It is almost like the hit reality television series The Amazing Race is taking place in the scientific community as teams from around the world race to send a probe into space, land it on the moon and win the Google Lunar X Prize. As it currently stands, two teams from the U.S. with the names “Astrobotic” and “Moon Express” as well as one team from Japan called “Hakuto” are competing. Additionally, there is also one team from India who have chosen to go by “Team Indus” and one team from Germany that has the name “Part-Time-Scientists” are all among the top five competitors. These teams have each qualified to earn Milestone Prizes within three categories.
The first award in question is called the Landing System Milestone Prize. This prize is worth $1 million U.S. per team and it is awarded based on team’s abilities to develop the software and hardware that will enable a lunar landing. Teams Moon Express, Astrobotic and Team Indus are all competing to win this particular award.
The second thing that is being competed for is named the Mobility Subsystem Milestone Prize and is worth $500,000 U.S. for each winner. This prize tests the mobility systems of each of the lunar probes. Essentially, the probe must be designed to travel 500 meters after it lands and it can do that either on, above or below the moon’s surface. Teams Moon Express, Astrobotic, Part-Time-Scientists and Hakuto are all attempting to win this prize.
Finally, the last prize Google Lunar X teams are competing for like they were running The Amazing Race in space is the Imaging Subsystem Milestone Prize. This final prize is worth $250,000 U.S. and the criteria is to produce “Mooncasts,” which are essentially images and videos produced in high-quality, taken on the moon’s surface and returned to Earth. Moon Express, Astrobotic, Team Indus and Part-Time-Scientists, together are heated in competition for this award.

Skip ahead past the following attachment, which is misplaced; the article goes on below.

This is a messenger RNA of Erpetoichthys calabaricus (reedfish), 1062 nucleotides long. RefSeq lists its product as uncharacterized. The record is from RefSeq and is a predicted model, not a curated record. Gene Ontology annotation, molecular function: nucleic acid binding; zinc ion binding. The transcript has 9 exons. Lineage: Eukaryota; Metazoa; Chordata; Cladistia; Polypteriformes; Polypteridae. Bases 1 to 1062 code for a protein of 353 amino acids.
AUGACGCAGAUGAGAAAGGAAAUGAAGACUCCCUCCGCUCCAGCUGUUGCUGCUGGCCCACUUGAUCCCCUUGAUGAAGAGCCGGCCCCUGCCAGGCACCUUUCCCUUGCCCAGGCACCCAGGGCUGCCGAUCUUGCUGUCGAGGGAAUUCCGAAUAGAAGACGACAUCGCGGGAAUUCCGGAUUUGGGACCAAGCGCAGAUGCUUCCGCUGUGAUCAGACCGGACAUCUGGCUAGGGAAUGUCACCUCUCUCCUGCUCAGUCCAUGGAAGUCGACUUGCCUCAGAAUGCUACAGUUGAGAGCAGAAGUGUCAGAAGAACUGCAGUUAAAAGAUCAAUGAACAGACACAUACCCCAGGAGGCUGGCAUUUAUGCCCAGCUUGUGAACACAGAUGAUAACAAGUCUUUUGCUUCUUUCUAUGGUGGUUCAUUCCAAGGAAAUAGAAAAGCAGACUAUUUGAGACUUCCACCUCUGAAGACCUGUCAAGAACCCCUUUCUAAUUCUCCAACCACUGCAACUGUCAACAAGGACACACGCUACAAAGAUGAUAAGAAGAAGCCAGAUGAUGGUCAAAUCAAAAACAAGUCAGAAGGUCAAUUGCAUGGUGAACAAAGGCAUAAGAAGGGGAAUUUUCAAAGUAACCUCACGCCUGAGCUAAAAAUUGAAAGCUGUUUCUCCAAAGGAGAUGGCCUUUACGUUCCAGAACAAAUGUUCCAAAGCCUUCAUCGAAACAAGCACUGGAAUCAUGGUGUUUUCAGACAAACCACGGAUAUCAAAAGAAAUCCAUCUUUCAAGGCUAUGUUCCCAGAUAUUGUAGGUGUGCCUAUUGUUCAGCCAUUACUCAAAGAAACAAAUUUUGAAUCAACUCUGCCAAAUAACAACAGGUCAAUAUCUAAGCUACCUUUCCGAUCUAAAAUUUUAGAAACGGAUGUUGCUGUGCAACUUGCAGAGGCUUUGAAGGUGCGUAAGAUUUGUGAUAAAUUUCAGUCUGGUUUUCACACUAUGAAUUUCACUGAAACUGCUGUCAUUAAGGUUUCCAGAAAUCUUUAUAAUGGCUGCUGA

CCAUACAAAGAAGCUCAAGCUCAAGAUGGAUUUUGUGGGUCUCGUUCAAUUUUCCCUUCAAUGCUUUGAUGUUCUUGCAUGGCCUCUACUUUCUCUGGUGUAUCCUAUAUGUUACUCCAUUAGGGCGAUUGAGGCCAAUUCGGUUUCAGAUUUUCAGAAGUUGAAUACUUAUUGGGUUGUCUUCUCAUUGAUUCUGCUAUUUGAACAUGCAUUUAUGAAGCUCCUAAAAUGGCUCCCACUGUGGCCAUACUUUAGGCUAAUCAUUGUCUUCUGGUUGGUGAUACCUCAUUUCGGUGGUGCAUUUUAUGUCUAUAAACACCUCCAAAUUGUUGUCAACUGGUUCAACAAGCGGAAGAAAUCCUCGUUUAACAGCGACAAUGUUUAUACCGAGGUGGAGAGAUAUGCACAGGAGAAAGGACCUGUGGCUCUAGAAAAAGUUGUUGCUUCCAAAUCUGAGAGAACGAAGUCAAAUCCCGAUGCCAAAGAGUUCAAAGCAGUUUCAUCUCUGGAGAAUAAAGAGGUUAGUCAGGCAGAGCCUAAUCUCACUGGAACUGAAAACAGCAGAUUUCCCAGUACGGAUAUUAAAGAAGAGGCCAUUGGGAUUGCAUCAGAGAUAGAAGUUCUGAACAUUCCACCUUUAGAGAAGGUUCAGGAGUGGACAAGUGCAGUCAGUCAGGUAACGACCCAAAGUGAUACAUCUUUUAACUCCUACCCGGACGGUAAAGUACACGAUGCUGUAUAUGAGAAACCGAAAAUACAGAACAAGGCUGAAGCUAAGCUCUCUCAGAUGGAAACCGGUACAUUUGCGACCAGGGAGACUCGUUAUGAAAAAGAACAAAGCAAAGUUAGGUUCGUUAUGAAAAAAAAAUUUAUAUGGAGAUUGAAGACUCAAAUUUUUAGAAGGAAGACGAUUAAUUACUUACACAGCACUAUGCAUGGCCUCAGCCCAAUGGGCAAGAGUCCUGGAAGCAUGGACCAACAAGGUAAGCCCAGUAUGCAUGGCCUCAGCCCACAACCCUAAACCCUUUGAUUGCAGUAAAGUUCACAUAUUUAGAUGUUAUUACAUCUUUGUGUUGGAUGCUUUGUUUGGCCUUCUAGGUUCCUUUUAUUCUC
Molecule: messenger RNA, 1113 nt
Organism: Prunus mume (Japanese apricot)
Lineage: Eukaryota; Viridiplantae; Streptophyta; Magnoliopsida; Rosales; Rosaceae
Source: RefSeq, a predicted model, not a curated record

There is a grand total of $6 million in prizes to be awarded in Google Lunar X Prize amounts. Each one of the teams that have been selected from the original 18 applicants have already submitted documentation to the judging panel that outlined the risks associated with their venture and what they plan to do about them. To actually win the milestone Google Lunar X Prize handouts, the teams will each have a September 2014 deadline, to actually complete the requirements and impress the judges.
According to Google Lunar X Prize senior director Alexandra Hall, these categories were chosen because “They came directly from the things you need to do to win the Google Lunar X Prize.” The top prize amount for the full competition has been a purse of $30 million U.S. and the milestone prizes come out of that amount if the teams who win go on to the final competition. Google has now increased the full reward to a larger sum of $40 million U.S. to encourage teams who do end up winning milestone prizes, to go on and finish competing until the very end.
Not everyone is optimistic about the Google Lunar X Prize however. Jonathan McDowell, space historian and astronomer from Harvord-Smithsonian Center for Astrophysics claims that this is one of the least promising things he has ever seen come out of the private space industry. In fact, in the two-year time-frame, (the probes are meant to land on the moon’s surface by December 31, 2015) McDowell just does not see it happening from any of these teams.
Will the teams who go on to compete for the full Google Lunar X Prize successfully send their probe into space and land it on the surface of the moon like a scientific version of The Amazing Race? Time will tell and by the time the September 2014 prizes are awarded, everyone will have a much better idea.
By Jonathan Holowka